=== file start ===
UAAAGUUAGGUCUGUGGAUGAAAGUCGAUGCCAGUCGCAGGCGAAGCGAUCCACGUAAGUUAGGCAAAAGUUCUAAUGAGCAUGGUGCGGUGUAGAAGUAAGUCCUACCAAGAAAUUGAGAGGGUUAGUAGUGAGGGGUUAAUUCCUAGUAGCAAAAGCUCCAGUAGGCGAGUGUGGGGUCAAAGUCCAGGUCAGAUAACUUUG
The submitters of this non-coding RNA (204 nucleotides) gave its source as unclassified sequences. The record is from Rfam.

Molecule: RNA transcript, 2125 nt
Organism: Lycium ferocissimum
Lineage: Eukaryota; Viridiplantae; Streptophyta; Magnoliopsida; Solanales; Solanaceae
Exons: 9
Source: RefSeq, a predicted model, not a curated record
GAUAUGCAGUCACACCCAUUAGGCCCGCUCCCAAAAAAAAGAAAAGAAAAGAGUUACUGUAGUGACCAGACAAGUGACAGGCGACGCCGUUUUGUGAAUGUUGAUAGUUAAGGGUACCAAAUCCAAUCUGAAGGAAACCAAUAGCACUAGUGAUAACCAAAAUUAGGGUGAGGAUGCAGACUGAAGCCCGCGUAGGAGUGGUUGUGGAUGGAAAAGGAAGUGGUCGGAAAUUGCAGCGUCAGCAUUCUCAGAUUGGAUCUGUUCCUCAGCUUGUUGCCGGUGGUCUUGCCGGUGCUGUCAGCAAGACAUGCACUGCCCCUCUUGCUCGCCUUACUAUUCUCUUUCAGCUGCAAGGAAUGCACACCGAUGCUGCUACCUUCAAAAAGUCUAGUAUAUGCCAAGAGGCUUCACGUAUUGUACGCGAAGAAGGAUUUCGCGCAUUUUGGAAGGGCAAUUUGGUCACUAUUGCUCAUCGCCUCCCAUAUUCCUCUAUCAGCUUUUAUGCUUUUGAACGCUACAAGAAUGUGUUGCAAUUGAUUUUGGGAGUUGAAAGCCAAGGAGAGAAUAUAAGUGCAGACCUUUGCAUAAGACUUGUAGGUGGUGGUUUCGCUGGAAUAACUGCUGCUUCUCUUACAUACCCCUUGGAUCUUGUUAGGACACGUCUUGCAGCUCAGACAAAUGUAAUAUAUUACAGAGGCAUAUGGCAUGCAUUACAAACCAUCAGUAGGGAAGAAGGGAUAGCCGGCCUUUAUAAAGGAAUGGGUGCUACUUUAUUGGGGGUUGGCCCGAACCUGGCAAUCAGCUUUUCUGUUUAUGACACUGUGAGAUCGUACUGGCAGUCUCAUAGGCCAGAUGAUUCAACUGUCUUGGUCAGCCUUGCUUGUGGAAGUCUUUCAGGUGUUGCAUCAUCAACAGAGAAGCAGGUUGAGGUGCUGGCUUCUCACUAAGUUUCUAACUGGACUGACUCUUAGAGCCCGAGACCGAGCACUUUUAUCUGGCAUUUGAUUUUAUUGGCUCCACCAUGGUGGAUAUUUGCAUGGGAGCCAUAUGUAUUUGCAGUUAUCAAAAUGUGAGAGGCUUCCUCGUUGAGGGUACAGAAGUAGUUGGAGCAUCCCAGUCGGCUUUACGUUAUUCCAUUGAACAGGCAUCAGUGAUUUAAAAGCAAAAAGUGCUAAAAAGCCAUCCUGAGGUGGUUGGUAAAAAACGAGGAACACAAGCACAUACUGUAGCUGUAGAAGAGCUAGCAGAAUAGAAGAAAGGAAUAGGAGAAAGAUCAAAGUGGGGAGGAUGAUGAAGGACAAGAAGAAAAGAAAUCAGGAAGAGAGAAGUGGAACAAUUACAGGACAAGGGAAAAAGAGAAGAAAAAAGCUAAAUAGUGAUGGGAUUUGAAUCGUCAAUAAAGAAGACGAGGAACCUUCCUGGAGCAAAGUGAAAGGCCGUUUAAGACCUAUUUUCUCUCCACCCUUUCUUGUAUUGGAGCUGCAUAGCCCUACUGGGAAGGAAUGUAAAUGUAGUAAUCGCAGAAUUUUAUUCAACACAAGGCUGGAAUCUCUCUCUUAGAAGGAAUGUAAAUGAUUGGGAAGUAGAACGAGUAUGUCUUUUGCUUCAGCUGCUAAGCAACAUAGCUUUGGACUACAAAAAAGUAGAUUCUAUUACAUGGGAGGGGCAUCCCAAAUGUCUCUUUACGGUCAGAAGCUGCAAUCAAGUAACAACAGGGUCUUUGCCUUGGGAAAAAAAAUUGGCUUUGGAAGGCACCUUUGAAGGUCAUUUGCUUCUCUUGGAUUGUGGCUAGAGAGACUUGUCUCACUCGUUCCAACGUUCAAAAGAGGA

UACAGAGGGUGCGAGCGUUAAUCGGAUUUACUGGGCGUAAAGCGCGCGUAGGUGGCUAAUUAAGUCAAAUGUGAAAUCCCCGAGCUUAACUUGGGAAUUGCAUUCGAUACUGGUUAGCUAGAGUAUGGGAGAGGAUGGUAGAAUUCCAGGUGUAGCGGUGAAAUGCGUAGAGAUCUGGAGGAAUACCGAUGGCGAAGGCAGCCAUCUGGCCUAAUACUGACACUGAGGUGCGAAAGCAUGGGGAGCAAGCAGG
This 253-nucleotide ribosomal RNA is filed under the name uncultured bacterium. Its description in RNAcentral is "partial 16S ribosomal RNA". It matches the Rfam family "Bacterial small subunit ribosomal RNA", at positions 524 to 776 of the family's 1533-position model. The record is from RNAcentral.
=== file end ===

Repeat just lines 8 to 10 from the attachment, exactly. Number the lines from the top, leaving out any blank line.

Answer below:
GAUAUGCAGUCACACCCAUUAGGCCCGCUCCCAAAAAAAAGAAAAGAAAAGAGUUACUGUAGUGACCAGACAAGUGACAGGCGACGCCGUUUUGUGAAUGUUGAUAGUUAAGGGUACCAAAUCCAAUCUGAAGGAAACCAAUAGCACUAGUGAUAACCAAAAUUAGGGUGAGGAUGCAGACUGAAGCCCGCGUAGGAGUGGUUGUGGAUGGAAAAGGAAGUGGUCGGAAAUUGCAGCGUCAGCAUUCUCAGAUUGGAUCUGUUCCUCAGCUUGUUGCCGGUGGUCUUGCCGGUGCUGUCAGCAAGACAUGCACUGCCCCUCUUGCUCGCCUUACUAUUCUCUUUCAGCUGCAAGGAAUGCACACCGAUGCUGCUACCUUCAAAAAGUCUAGUAUAUGCCAAGAGGCUUCACGUAUUGUACGCGAAGAAGGAUUUCGCGCAUUUUGGAAGGGCAAUUUGGUCACUAUUGCUCAUCGCCUCCCAUAUUCCUCUAUCAGCUUUUAUGCUUUUGAACGCUACAAGAAUGUGUUGCAAUUGAUUUUGGGAGUUGAAAGCCAAGGAGAGAAUAUAAGUGCAGACCUUUGCAUAAGACUUGUAGGUGGUGGUUUCGCUGGAAUAACUGCUGCUUCUCUUACAUACCCCUUGGAUCUUGUUAGGACACGUCUUGCAGCUCAGACAAAUGUAAUAUAUUACAGAGGCAUAUGGCAUGCAUUACAAACCAUCAGUAGGGAAGAAGGGAUAGCCGGCCUUUAUAAAGGAAUGGGUGCUACUUUAUUGGGGGUUGGCCCGAACCUGGCAAUCAGCUUUUCUGUUUAUGACACUGUGAGAUCGUACUGGCAGUCUCAUAGGCCAGAUGAUUCAACUGUCUUGGUCAGCCUUGCUUGUGGAAGUCUUUCAGGUGUUGCAUCAUCAACAGAGAAGCAGGUUGAGGUGCUGGCUUCUCACUAAGUUUCUAACUGGACUGACUCUUAGAGCCCGAGACCGAGCACUUUUAUCUGGCAUUUGAUUUUAUUGGCUCCACCAUGGUGGAUAUUUGCAUGGGAGCCAUAUGUAUUUGCAGUUAUCAAAAUGUGAGAGGCUUCCUCGUUGAGGGUACAGAAGUAGUUGGAGCAUCCCAGUCGGCUUUACGUUAUUCCAUUGAACAGGCAUCAGUGAUUUAAAAGCAAAAAGUGCUAAAAAGCCAUCCUGAGGUGGUUGGUAAAAAACGAGGAACACAAGCACAUACUGUAGCUGUAGAAGAGCUAGCAGAAUAGAAGAAAGGAAUAGGAGAAAGAUCAAAGUGGGGAGGAUGAUGAAGGACAAGAAGAAAAGAAAUCAGGAAGAGAGAAGUGGAACAAUUACAGGACAAGGGAAAAAGAGAAGAAAAAAGCUAAAUAGUGAUGGGAUUUGAAUCGUCAAUAAAGAAGACGAGGAACCUUCCUGGAGCAAAGUGAAAGGCCGUUUAAGACCUAUUUUCUCUCCACCCUUUCUUGUAUUGGAGCUGCAUAGCCCUACUGGGAAGGAAUGUAAAUGUAGUAAUCGCAGAAUUUUAUUCAACACAAGGCUGGAAUCUCUCUCUUAGAAGGAAUGUAAAUGAUUGGGAAGUAGAACGAGUAUGUCUUUUGCUUCAGCUGCUAAGCAACAUAGCUUUGGACUACAAAAAAGUAGAUUCUAUUACAUGGGAGGGGCAUCCCAAAUGUCUCUUUACGGUCAGAAGCUGCAAUCAAGUAACAACAGGGUCUUUGCCUUGGGAAAAAAAAUUGGCUUUGGAAGGCACCUUUGAAGGUCAUUUGCUUCUCUUGGAUUGUGGCUAGAGAGACUUGUCUCACUCGUUCCAACGUUCAAAAGAGGA

UACAGAGGGUGCGAGCGUUAAUCGGAUUUACUGGGCGUAAAGCGCGCGUAGGUGGCUAAUUAAGUCAAAUGUGAAAUCCCCGAGCUUAACUUGGGAAUUGCAUUCGAUACUGGUUAGCUAGAGUAUGGGAGAGGAUGGUAGAAUUCCAGGUGUAGCGGUGAAAUGCGUAGAGAUCUGGAGGAAUACCGAUGGCGAAGGCAGCCAUCUGGCCUAAUACUGACACUGAGGUGCGAAAGCAUGGGGAGCAAGCAGG
This 253-nucleotide ribosomal RNA is filed under the name uncultured bacterium. Its description in RNAcentral is "partial 16S ribosomal RNA". It matches the Rfam family "Bacterial small subunit ribosomal RNA", at positions 524 to 776 of the family's 1533-position model. The record is from RNAcentral.